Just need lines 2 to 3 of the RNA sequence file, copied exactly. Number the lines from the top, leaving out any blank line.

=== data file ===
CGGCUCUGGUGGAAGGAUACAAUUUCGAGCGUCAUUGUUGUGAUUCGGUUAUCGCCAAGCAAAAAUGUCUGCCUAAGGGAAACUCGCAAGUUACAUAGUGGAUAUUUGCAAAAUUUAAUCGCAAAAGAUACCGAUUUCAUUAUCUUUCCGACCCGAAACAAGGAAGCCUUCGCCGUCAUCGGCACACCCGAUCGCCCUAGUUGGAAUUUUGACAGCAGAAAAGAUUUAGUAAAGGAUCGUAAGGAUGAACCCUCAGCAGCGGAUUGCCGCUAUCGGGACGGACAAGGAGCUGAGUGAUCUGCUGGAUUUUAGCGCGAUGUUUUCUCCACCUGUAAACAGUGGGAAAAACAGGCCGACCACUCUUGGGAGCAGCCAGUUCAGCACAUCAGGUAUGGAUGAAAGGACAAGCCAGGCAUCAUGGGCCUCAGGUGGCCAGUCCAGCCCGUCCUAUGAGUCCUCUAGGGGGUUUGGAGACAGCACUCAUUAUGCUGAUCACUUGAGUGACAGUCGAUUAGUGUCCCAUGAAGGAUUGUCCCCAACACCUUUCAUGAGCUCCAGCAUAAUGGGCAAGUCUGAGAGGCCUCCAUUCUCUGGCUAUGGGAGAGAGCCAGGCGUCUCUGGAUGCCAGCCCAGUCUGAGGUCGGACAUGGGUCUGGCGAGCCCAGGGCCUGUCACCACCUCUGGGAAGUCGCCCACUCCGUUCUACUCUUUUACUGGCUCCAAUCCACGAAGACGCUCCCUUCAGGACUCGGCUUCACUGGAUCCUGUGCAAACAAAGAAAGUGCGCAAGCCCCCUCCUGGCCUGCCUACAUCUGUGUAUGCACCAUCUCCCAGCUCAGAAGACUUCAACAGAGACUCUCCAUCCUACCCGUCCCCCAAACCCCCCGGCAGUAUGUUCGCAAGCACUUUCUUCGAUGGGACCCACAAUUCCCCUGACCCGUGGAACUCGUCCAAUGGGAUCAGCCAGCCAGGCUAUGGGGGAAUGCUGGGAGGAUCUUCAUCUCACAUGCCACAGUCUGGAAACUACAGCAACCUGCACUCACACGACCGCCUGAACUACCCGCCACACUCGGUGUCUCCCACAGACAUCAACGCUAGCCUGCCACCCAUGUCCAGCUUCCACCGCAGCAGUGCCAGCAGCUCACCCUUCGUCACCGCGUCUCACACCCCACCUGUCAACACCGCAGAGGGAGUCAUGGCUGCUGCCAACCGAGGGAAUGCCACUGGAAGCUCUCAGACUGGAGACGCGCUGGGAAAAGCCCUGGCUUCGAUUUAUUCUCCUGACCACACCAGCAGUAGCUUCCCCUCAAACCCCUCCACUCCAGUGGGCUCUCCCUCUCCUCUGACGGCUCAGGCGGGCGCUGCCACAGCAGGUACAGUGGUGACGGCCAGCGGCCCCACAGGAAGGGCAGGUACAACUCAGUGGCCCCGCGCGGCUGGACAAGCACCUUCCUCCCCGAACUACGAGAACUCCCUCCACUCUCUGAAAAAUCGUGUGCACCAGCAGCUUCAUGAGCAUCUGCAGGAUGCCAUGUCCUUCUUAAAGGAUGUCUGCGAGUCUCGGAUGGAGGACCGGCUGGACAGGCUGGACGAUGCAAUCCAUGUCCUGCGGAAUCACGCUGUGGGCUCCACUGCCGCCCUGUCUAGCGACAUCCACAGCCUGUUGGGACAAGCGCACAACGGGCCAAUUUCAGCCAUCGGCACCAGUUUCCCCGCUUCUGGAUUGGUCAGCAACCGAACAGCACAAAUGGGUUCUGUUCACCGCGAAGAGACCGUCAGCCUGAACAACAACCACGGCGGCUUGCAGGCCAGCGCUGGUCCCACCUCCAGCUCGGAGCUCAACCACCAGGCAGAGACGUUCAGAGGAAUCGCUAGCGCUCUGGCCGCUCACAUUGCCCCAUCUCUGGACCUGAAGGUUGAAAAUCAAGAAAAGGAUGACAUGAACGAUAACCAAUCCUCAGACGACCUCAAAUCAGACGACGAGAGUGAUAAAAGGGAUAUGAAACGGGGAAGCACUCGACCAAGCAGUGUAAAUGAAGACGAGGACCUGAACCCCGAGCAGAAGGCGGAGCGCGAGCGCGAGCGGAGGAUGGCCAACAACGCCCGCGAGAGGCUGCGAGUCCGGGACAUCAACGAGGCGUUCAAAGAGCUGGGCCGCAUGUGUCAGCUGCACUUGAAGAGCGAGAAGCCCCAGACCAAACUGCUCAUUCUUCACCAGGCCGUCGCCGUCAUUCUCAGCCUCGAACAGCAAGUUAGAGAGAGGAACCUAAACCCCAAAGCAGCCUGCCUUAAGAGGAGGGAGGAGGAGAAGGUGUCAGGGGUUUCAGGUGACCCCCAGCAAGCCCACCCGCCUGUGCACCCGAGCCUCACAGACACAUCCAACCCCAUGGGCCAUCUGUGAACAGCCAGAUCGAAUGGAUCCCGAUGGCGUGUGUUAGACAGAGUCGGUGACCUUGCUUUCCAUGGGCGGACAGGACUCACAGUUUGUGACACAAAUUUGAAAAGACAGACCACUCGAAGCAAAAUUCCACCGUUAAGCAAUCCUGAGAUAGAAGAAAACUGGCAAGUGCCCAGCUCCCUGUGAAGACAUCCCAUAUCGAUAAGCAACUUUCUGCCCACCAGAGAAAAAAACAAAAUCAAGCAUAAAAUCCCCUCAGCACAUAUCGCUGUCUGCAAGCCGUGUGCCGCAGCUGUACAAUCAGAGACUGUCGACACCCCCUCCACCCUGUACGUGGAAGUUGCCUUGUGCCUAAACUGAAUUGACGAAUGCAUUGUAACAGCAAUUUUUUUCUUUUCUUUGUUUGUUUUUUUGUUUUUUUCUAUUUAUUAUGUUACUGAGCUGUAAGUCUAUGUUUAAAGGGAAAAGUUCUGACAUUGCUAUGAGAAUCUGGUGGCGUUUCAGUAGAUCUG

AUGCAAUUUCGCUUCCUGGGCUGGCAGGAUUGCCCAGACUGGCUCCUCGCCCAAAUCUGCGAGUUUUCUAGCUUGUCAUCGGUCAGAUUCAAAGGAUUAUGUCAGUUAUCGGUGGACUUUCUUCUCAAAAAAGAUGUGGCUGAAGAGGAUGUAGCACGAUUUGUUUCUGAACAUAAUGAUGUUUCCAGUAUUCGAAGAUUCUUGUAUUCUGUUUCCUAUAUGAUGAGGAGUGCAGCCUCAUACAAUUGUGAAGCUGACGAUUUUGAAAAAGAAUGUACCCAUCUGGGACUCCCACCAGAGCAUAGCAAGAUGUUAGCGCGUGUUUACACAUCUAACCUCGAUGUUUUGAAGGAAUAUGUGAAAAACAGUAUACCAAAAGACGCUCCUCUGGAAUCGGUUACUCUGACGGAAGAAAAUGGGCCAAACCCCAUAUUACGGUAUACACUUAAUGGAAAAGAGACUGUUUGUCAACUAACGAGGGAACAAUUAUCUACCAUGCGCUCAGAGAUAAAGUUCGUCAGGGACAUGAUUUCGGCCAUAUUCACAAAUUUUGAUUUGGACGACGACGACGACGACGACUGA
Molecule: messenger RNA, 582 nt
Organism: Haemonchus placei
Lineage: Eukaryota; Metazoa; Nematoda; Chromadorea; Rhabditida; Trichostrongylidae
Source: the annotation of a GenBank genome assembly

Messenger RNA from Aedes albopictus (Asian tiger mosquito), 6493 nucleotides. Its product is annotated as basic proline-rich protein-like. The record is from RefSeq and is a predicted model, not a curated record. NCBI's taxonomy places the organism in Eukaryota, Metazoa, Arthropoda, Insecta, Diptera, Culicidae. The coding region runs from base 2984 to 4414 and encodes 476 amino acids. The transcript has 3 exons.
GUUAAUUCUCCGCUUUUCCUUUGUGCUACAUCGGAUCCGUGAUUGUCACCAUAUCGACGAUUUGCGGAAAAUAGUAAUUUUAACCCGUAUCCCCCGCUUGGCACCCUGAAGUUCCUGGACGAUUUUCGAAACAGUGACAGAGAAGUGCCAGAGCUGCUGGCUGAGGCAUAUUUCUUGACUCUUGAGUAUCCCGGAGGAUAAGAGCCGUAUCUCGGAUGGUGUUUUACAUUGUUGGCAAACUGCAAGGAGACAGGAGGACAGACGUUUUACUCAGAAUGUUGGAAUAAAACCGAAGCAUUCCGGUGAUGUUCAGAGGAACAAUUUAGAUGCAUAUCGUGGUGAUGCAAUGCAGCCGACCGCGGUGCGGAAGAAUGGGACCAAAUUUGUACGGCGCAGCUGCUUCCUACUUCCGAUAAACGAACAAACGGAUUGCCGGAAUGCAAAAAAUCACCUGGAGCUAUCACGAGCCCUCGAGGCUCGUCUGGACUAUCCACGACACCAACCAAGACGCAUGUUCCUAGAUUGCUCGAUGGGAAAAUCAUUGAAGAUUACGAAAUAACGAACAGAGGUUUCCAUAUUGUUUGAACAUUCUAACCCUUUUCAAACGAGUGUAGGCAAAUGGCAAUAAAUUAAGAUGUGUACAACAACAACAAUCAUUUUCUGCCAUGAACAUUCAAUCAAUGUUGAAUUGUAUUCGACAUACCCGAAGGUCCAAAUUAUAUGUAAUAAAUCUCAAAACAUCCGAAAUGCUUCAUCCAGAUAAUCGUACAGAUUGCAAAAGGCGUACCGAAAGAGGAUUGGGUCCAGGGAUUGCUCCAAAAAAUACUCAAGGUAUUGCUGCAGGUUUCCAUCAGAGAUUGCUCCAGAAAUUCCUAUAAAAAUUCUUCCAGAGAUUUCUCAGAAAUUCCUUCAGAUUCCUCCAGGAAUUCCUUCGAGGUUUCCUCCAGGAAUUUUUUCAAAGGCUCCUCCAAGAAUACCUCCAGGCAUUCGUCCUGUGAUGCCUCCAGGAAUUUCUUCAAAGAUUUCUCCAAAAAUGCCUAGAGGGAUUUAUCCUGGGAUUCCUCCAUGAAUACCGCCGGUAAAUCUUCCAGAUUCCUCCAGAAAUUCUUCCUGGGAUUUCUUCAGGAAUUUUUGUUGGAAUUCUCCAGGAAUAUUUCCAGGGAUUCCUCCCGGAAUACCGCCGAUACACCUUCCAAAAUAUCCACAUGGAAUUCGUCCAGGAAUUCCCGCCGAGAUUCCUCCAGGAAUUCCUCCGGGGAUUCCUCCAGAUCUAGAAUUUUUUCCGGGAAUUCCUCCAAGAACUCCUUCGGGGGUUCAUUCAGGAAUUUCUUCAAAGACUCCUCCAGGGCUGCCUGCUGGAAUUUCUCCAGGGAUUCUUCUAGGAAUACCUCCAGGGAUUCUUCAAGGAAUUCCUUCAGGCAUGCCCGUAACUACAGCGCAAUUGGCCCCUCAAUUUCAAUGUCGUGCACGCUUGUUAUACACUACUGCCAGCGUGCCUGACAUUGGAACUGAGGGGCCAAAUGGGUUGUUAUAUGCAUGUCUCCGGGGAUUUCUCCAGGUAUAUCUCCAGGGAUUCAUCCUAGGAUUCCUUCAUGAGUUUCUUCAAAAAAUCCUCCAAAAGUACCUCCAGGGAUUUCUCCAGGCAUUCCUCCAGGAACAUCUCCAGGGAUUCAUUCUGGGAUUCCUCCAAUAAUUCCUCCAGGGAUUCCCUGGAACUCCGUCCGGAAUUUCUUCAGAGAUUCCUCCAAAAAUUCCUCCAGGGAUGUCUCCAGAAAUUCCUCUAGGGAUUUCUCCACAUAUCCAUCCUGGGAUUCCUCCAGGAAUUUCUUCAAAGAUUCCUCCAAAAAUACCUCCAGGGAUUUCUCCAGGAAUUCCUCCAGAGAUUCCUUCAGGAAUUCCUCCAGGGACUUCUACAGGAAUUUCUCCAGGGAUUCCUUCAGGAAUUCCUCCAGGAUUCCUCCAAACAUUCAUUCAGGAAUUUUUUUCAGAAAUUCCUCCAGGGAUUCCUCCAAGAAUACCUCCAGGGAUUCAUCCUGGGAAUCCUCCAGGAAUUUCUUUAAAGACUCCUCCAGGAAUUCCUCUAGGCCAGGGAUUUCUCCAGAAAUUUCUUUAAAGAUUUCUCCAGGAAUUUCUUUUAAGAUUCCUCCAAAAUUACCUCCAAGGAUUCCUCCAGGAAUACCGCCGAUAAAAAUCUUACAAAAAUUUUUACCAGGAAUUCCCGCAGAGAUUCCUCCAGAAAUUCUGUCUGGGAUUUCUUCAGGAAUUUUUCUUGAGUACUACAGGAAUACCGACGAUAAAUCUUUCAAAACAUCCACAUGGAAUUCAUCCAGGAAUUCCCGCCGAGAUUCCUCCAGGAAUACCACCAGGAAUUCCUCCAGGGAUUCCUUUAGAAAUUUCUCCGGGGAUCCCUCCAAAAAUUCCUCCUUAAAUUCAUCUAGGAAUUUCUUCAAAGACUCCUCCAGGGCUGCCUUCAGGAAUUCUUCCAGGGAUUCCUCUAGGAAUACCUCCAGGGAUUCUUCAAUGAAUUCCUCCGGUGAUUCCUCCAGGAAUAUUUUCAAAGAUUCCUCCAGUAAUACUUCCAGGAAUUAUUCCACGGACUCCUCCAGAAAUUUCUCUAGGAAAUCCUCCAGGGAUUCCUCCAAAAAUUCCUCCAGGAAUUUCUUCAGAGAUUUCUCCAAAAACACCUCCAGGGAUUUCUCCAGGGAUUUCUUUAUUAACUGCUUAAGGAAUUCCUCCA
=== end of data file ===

AUGCAAUUUCGCUUCCUGGGCUGGCAGGAUUGCCCAGACUGGCUCCUCGCCCAAAUCUGCGAGUUUUCUAGCUUGUCAUCGGUCAGAUUCAAAGGAUUAUGUCAGUUAUCGGUGGACUUUCUUCUCAAAAAAGAUGUGGCUGAAGAGGAUGUAGCACGAUUUGUUUCUGAACAUAAUGAUGUUUCCAGUAUUCGAAGAUUCUUGUAUUCUGUUUCCUAUAUGAUGAGGAGUGCAGCCUCAUACAAUUGUGAAGCUGACGAUUUUGAAAAAGAAUGUACCCAUCUGGGACUCCCACCAGAGCAUAGCAAGAUGUUAGCGCGUGUUUACACAUCUAACCUCGAUGUUUUGAAGGAAUAUGUGAAAAACAGUAUACCAAAAGACGCUCCUCUGGAAUCGGUUACUCUGACGGAAGAAAAUGGGCCAAACCCCAUAUUACGGUAUACACUUAAUGGAAAAGAGACUGUUUGUCAACUAACGAGGGAACAAUUAUCUACCAUGCGCUCAGAGAUAAAGUUCGUCAGGGACAUGAUUUCGGCCAUAUUCACAAAUUUUGAUUUGGACGACGACGACGACGACGACUGA
Molecule: messenger RNA, 582 nt